The Peace of Christ (1)

. 3 min read

Christ Church, Mountain Top, Holy Communion
Luke 24.33-53 
2 Corinthians 5.14-21 
be with you” Jesus says in this resurrection appearance to his disciples (Luke
24.36). Now, he could simply be addressing their fear – how many here would
feel comfortable speaking with a recently dead person? Theologically, however,
he is also addressing their sin, the sin that lies between them, the sin that
has created a breach, a gulf, a distance, in their relationship. These men
turned their backs on Jesus, denied knowing him, disappeared into the night at
the point of Jesus’ greatest personal need.
ignore this dimension of the story because we are so fixed on an image of Jesus
as a nice person, a good person. He is both nice and good. He has also proven
himself adept at the exercise of power, effective at channeling his anger with
great force. Now, he’s back from the dead and – if this was a horror flick –
he’d have a score to settle with his old crew. Instead: “Peace be with you.”
it’s not a horror flick, and I am not suggesting that the disciples were
horrified to see Jesus. They knew he loved them, no matter what they had done.
At the same time, they were so glad to know that they did not have to deal with
that huge elephant: We let you down, we abandoned you, we failed. We can’t look
ourselves in the mirror. How shall we ever look you in the eye? “Peace be with
you.” “Repentance and forgiveness of sins is to be proclaimed” (Luke 24.47).
So, they were able to move all the more quickly to joy.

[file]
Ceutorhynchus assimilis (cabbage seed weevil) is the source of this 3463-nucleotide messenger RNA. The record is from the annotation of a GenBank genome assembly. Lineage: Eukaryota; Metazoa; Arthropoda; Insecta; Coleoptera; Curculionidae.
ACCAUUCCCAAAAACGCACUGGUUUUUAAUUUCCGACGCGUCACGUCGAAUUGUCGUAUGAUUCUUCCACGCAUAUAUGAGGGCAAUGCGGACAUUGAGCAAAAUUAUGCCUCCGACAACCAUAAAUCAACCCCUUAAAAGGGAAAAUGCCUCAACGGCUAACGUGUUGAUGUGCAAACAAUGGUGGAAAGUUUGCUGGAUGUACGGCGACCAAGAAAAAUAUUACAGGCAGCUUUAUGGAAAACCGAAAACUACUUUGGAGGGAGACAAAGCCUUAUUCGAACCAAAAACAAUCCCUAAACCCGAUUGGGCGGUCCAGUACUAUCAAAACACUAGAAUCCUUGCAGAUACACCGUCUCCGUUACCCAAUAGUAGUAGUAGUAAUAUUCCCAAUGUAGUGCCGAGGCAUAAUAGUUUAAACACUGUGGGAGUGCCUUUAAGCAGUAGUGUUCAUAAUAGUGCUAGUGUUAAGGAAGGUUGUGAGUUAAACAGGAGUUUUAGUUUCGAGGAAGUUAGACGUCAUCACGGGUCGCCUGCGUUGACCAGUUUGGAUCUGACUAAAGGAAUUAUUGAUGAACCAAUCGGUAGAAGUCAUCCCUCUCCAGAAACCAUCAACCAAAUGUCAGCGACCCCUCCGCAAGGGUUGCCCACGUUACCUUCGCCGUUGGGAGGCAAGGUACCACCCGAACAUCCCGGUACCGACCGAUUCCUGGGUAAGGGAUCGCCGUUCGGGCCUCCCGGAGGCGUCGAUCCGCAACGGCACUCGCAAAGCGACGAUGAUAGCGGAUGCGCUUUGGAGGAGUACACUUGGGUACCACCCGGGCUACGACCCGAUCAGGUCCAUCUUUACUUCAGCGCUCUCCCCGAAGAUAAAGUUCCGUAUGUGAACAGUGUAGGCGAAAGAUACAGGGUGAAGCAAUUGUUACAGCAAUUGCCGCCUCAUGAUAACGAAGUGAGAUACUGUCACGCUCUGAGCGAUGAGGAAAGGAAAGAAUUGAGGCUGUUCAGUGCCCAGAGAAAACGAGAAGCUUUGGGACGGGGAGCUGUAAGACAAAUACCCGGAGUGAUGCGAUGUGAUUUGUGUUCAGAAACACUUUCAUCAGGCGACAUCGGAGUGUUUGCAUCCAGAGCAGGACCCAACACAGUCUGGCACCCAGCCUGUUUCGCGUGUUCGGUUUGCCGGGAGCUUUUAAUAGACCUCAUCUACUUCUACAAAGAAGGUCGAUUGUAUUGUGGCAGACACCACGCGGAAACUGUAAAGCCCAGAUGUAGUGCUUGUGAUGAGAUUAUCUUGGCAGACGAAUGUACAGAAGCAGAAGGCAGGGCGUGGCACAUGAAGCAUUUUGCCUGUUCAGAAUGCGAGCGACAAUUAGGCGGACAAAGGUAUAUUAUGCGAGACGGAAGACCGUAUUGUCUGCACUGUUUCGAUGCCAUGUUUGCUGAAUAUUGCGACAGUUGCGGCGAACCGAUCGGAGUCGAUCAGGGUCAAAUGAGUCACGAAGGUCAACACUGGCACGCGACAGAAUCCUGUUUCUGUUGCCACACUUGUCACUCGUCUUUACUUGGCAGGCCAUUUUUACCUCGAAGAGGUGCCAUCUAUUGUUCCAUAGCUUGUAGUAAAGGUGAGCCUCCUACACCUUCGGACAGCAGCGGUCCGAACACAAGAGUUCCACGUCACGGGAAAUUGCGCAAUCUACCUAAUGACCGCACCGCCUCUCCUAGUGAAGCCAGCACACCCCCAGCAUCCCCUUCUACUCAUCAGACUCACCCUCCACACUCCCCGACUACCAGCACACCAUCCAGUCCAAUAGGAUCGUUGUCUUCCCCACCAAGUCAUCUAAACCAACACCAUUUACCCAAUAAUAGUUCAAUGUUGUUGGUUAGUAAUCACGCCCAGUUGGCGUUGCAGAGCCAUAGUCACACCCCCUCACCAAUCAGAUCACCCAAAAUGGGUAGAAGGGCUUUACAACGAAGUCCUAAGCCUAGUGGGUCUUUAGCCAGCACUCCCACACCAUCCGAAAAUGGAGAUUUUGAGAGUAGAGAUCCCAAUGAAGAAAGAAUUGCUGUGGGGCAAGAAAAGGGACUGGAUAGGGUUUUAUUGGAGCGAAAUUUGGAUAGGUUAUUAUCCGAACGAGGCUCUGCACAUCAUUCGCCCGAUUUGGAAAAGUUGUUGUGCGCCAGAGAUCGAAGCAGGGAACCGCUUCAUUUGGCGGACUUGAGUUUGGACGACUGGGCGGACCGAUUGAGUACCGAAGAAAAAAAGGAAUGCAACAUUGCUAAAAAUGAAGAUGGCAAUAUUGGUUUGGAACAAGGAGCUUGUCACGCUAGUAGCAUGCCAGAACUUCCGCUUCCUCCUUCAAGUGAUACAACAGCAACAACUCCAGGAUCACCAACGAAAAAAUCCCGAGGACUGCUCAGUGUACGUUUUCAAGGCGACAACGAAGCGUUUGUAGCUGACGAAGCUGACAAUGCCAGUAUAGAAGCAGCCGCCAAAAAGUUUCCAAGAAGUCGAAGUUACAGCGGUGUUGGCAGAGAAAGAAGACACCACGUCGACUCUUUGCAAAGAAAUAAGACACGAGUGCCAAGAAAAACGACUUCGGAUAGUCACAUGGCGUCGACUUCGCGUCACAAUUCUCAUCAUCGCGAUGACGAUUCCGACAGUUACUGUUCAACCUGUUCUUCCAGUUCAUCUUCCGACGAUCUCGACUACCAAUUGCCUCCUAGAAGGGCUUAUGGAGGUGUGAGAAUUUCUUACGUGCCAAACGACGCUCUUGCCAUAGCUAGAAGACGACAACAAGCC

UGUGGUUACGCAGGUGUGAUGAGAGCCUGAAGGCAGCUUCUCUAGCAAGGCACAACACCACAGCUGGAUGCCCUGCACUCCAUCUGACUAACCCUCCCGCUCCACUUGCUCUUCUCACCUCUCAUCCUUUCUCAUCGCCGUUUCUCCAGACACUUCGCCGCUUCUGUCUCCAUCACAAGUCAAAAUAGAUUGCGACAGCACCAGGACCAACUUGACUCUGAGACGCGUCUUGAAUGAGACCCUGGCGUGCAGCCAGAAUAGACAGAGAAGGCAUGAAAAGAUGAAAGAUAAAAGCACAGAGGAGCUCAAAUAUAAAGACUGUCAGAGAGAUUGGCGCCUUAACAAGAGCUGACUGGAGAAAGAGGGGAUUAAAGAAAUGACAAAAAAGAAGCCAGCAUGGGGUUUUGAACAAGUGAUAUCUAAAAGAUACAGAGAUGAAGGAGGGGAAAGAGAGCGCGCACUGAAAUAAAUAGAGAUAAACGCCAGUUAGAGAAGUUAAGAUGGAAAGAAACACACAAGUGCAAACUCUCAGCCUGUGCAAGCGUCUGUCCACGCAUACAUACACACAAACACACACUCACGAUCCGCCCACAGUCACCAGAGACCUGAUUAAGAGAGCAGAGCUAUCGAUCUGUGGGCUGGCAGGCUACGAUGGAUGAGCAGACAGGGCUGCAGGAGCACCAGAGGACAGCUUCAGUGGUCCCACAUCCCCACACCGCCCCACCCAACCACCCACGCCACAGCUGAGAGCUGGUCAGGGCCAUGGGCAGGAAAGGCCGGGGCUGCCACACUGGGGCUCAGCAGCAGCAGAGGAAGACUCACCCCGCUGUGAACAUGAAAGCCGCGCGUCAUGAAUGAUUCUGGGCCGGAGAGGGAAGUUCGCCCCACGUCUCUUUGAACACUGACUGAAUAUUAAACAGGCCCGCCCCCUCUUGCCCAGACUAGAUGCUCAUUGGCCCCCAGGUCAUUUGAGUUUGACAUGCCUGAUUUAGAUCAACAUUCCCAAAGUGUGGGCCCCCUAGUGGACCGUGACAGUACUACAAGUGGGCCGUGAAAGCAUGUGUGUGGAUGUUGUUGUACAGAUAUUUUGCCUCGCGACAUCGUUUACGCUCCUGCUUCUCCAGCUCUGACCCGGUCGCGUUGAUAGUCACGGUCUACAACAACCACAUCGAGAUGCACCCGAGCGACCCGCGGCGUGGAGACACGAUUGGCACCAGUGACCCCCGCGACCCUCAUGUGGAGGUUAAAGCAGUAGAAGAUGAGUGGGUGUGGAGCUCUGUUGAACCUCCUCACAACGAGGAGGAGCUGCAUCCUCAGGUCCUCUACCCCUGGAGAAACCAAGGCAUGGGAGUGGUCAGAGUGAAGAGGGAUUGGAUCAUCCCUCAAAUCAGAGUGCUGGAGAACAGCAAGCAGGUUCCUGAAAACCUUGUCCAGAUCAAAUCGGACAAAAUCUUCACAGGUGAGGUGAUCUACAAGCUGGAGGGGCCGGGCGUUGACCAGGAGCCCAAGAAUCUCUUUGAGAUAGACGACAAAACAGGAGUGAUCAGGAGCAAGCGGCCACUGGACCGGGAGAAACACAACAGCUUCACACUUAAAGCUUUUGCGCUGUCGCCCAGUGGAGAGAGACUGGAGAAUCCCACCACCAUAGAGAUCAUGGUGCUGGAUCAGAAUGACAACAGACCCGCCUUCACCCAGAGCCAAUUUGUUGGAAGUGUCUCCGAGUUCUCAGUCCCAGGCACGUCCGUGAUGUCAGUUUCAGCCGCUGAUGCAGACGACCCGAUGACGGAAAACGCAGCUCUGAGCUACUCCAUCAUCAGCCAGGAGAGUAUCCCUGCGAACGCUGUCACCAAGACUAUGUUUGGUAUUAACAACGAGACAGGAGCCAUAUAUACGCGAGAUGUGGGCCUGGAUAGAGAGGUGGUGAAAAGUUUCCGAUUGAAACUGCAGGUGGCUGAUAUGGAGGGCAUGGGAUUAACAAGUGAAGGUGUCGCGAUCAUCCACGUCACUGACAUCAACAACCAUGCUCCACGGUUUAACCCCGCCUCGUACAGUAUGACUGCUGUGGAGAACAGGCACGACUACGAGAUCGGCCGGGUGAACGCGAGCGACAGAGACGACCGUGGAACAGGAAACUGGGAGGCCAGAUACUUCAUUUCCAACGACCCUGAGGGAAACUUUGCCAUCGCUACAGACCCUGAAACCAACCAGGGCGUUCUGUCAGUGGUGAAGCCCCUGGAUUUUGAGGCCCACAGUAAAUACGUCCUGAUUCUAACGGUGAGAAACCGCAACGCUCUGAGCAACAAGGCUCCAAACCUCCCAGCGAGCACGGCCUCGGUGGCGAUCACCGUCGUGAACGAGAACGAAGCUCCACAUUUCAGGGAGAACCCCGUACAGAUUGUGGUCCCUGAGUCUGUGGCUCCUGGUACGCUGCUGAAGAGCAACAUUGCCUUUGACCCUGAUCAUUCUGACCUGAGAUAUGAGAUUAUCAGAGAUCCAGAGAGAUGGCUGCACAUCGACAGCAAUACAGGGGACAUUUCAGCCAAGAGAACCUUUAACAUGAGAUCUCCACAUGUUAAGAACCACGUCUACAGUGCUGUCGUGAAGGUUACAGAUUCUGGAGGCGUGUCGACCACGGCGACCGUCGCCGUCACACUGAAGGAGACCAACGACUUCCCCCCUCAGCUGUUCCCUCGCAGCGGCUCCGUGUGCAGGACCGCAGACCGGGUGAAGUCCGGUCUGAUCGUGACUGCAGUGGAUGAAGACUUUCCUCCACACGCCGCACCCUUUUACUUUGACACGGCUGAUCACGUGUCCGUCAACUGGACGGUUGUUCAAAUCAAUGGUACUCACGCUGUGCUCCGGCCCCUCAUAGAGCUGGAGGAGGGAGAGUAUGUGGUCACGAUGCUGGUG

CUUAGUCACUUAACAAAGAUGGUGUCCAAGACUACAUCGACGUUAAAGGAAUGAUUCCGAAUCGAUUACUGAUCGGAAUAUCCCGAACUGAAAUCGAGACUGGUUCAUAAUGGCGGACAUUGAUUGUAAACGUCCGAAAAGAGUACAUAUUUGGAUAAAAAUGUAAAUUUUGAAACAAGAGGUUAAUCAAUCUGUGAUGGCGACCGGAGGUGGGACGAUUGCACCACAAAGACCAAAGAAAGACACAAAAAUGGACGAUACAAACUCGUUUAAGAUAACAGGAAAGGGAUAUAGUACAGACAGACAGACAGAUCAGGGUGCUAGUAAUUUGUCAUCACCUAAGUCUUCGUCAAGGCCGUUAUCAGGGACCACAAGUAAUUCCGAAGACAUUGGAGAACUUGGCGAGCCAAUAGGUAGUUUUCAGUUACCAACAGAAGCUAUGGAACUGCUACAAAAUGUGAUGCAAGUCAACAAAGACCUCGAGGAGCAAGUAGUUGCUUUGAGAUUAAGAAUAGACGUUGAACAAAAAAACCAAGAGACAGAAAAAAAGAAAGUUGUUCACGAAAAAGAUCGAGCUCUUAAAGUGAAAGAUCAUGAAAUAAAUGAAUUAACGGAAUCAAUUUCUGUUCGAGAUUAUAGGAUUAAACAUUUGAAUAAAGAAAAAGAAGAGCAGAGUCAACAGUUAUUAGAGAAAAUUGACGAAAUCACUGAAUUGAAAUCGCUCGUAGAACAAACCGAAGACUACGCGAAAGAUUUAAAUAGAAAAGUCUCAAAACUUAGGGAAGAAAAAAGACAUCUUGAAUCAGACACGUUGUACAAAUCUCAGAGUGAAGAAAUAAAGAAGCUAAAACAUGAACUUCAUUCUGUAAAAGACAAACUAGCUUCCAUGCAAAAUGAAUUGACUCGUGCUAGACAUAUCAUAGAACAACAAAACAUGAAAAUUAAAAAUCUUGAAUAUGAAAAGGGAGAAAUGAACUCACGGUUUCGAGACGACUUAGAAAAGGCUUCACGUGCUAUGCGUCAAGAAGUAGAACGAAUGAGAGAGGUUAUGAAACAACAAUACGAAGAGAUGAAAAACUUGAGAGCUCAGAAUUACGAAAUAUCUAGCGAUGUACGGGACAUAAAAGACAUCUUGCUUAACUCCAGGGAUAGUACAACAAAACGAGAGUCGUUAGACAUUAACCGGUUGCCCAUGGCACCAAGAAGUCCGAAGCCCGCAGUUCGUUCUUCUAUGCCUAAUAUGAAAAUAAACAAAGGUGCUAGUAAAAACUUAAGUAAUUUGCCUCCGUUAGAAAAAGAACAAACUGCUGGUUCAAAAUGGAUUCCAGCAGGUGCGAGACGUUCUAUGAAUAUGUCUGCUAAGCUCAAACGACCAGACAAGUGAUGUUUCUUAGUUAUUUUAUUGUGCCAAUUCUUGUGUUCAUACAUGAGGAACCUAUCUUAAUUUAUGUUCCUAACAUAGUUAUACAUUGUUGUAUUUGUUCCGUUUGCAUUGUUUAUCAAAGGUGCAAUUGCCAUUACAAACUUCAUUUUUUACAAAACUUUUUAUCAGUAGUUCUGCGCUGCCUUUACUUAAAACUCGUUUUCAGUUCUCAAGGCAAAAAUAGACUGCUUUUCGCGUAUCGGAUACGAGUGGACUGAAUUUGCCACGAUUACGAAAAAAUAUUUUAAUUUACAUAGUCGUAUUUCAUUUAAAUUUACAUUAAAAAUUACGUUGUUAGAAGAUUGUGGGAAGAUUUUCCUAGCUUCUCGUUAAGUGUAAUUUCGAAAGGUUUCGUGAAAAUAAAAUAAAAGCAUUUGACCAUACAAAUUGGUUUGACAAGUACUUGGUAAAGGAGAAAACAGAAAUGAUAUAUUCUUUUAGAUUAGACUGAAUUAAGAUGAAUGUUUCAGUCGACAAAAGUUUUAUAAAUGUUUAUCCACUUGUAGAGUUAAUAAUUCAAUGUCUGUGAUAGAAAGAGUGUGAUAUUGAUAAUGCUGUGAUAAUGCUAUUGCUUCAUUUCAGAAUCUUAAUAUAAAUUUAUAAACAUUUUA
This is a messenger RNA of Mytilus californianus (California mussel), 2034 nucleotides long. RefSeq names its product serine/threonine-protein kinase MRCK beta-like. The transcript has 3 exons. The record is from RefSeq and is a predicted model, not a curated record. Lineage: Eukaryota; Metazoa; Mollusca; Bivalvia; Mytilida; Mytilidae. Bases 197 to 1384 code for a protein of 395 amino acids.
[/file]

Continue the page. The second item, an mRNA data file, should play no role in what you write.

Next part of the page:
to Solomon – settle the scores
            1 Kings 2.1-10; Joab, Shimei;
      Honor-shame society … revenge killings
Kings 2:5, Joab of Abner and Amasa: “he murdered, retaliating in time of peace
for blood that had been shed in war”
      “I don’t get mad. I get even.”
      Managed to settle scores without an
expanded cycle of revenge
keeps no record of wrongs” (1 Corinthians 13.6, NIV)
record …
one is innocent – if our innocence is taken from us, we are no longer innocent,
even if a victim (Volf).
keep our innocence, we must not only abhor violence. We must also abandon our
identity as victim.
victim and perpetrator there is no reconciliation, there can only be justice or
injustice, and even the justice is flawed. Who can return a person’s innocence?
      Reconciliation does not occur unless we
are willing to give up our identity as victim, or as perpetrator (whether the
one who initiates the cycle or the one who settles the score).
has given US the ministry of reconciliation” (2 Corinthians 5.18)
      The gospel unites us to God and to one
      “The peace of Christ be with you”
and the king of Gerar – pray for him (Genesis 20.7)
and his friends – pray for them (Job 42.8)
to the kingdom (binding, loosing, Matthew 16.19; 18.15-35)
keeps no record of wrongs”. The path to innocence is through love.
your enemies” (Matthew 5.44). “Be reconciled to God”. Peace is not made between
friends, but between enemies.
      “Peace be with you” (Jesus to his
      “The peace of Christ be with you”
(greeting in worship)
            Not because we are all friends
            Because we choose to love one
the love of Christ urges us on, because we are convinced that one has died for
all” (2 Corinthians 5.14).
      Jesus died for both victim and perpetrator
matter the struggle:
      Gossip, rumor
      Competition, pecking order
      Preference or principle
has given us the ministry of reconciliation.” “Be reconciled to God.” “Love.”
a two way street
      While never easy, with an equal, it is
more straightforward
            Mutual forgiveness
            Practice (if not the feeling) of
      Next week, examine unequal relationships,
with a focus on family
      Then, in two weeks, reconciliation with
ourselves, particularly our past

Volf. Exclusion and Embrace.